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Medical examiner describes injuries to woman killed in 2017 Dartmouth stabbing

Nadia Gonzales who was killed in Dartmouth on Saturday June 17, 2017.
Nadia Gonzales was killed in Dartmouth on the evening of June 16, 2017. - Contributed

Nadia Gonzales bled to death after being stabbed between 30 and 40 times, the jury at a Halifax murder trial heard Monday.

Dr. Matthew Bowes, the province’s chief medical examiner, testified in Nova Scotia Supreme Court at the trial of two people charged with first-degree murder in the June 16, 2017, killing of Gonzales at an apartment building in Dartmouth.

Bowes said Gonzales, a 35-year-old mother of two from Hammonds Plains, suffered at least a dozen stab wounds to her neck area.

The most severe wounds to her neck, Bowes said, were near her left ear, damaging a carotid artery and jugular vein and resulting in significant blood loss.

The forensic pathologist said Gonzales also had clusters of sharp-force injuries on her upper and lower back and wounds to her scalp, right flank, right thigh, one of her arms and her hands.

The index finger on Gonzales’ left hand was almost amputated in the attack, Bowes said.

He said the wounds to her hands are “good evidence” that Gonzales tried to defend herself.

Calvin Maynard Sparks, 26, of Dartmouth and Samanda Rose Ritch, 22, of Halifax are also charged with attempting to murder John Patterson, who went to an apartment building at 33 Hastings Dr. with Gonzales to deliver crack cocaine to a tenant they knew.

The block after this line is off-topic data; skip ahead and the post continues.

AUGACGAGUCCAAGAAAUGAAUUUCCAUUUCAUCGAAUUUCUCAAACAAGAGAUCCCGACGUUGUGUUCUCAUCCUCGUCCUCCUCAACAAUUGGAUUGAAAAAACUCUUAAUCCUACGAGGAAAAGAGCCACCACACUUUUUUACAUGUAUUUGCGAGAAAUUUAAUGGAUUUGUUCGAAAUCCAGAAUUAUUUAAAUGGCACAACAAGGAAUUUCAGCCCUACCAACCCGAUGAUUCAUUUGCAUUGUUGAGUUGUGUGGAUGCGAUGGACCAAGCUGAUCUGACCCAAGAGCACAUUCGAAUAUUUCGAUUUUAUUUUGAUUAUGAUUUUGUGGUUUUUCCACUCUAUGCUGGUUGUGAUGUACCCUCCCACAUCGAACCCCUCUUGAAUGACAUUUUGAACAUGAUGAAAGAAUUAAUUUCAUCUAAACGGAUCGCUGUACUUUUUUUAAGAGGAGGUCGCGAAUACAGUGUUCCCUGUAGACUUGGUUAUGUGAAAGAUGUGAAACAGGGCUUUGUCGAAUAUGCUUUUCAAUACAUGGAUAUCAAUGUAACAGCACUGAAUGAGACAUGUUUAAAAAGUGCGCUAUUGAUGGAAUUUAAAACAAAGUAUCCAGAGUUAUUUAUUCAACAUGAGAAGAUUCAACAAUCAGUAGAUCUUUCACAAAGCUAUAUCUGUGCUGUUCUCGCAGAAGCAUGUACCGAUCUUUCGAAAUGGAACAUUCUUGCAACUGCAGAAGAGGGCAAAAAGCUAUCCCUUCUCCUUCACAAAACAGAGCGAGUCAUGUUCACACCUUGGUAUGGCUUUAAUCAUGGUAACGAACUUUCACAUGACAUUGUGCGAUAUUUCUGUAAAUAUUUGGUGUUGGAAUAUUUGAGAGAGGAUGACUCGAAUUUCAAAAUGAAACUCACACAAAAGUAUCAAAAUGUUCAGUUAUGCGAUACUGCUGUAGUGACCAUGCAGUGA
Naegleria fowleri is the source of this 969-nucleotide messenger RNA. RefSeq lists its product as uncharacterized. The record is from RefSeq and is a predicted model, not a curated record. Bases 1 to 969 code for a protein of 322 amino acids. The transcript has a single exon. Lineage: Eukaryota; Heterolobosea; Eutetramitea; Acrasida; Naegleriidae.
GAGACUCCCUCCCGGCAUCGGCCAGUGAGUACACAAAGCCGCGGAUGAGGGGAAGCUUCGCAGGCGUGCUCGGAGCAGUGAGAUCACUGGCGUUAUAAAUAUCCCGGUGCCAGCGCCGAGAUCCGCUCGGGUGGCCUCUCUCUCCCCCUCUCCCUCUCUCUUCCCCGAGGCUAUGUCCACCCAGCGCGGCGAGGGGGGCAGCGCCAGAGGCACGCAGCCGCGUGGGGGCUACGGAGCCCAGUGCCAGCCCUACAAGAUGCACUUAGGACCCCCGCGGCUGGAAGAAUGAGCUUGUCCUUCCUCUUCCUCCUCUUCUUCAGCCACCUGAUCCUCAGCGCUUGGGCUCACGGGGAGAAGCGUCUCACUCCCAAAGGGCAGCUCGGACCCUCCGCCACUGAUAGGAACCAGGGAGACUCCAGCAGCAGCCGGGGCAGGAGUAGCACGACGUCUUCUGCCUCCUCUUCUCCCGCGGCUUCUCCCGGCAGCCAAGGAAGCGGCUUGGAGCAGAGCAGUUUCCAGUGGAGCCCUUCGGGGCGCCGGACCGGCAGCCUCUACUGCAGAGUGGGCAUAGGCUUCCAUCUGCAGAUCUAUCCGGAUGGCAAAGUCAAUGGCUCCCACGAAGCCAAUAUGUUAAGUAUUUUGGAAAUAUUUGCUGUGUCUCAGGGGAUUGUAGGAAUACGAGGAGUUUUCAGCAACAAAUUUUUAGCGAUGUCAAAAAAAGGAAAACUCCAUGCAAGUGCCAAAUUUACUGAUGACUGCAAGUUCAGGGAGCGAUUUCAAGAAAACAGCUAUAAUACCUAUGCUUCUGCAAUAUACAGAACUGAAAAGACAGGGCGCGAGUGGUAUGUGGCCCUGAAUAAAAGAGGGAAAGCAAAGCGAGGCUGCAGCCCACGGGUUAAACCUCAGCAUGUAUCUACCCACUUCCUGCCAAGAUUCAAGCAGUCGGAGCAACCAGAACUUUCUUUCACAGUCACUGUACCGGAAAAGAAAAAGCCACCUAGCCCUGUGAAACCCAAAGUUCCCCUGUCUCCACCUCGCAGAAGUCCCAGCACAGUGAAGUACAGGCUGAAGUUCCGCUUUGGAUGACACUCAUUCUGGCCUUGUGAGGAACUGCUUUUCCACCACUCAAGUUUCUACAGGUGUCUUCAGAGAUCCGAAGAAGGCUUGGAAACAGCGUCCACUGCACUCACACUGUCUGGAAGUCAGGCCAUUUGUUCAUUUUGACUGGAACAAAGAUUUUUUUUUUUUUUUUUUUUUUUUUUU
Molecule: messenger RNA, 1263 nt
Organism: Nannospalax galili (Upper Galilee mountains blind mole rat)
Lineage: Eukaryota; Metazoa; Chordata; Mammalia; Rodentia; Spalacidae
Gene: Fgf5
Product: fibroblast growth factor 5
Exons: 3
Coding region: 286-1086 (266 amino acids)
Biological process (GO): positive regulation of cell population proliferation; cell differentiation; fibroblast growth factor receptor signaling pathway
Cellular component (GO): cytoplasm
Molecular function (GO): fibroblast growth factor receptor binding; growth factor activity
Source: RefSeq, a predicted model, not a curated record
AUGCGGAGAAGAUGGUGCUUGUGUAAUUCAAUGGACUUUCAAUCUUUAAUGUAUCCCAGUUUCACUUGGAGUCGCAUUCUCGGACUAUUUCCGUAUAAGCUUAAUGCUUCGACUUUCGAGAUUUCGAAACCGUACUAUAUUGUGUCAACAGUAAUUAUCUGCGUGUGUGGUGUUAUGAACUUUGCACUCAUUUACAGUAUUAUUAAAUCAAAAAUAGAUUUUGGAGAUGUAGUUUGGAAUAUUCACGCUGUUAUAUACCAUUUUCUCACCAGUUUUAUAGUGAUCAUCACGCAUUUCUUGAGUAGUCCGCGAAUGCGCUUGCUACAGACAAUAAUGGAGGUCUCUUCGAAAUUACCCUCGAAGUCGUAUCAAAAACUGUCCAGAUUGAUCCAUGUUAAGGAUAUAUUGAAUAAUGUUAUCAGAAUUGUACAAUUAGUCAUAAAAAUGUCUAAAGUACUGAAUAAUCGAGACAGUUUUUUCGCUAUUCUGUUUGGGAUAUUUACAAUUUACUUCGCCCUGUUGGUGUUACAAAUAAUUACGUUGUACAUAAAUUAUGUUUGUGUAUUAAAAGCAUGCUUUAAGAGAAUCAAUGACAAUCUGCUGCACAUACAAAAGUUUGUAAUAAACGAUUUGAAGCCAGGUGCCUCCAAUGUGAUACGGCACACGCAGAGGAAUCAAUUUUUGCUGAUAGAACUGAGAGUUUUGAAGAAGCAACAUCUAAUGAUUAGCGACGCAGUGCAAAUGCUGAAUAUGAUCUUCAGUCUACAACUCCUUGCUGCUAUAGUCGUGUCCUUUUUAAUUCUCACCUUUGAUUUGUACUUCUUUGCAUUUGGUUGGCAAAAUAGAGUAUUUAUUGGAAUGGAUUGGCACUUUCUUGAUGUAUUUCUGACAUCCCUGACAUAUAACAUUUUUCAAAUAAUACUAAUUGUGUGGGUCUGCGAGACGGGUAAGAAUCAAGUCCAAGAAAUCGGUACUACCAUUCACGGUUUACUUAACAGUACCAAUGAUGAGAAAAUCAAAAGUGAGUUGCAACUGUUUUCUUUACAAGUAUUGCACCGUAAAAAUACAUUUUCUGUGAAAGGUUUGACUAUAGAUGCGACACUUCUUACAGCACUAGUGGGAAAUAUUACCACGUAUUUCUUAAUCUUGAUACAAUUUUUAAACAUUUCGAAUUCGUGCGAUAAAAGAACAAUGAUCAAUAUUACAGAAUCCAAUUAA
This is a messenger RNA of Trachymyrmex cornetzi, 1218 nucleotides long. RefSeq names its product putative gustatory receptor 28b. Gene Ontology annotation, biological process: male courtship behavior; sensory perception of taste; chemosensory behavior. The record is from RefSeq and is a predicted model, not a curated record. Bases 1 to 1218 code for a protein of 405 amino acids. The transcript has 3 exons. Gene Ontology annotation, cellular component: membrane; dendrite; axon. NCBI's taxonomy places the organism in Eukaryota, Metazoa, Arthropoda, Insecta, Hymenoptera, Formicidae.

Gonzales and Patterson were attacked in the hallway on the building’s fourth floor. Gonzales’ body was found in a hockey bag on a landing in a stairwell. 

Bowes told the jury that he viewed Gonzales’ body at the apartment building the next morning and performed an autopsy that afternoon. He said the body was partially in the hockey bag when he began his examination.

The apartment where Nadia Gonzales was killed. - Tim Krochak
Nadia Gonzales was stabbed to death at this apartment building on Hastings Drive in Dartmouth. - Tim Krochak

He said two or three of Gonzales’ wounds appear to have been inflicted post-mortem or when she was almost dead and had low blood pressure.

He said he was unable to offer “any good, really strong opinion” on how many knives were used in the attack.

“It’s not impossible that one weapon created them all," he said of the wounds, "which I recognize is not a very useful thing for the case, but that is what the evidence is.

“When I observe these injuries, I do not see distinctive features which would make me think of more than one (weapon).”

Bowes also said he cannot comment on how many people might have been involved in the slaying.

On cross-examination by Peter Planetta, Ritch’s lawyer, the doctor said a toxicology report revealed Gonzales had amphetamines and cocaine in her system.

“He was going to poke her with a knife”

Earlier Monday, defence lawyers finished questioning Joseph Fowler, who testified last week that he met Gonzales and Sparks a few weeks before the killing and would drive her around the Halifax area to deliver drugs.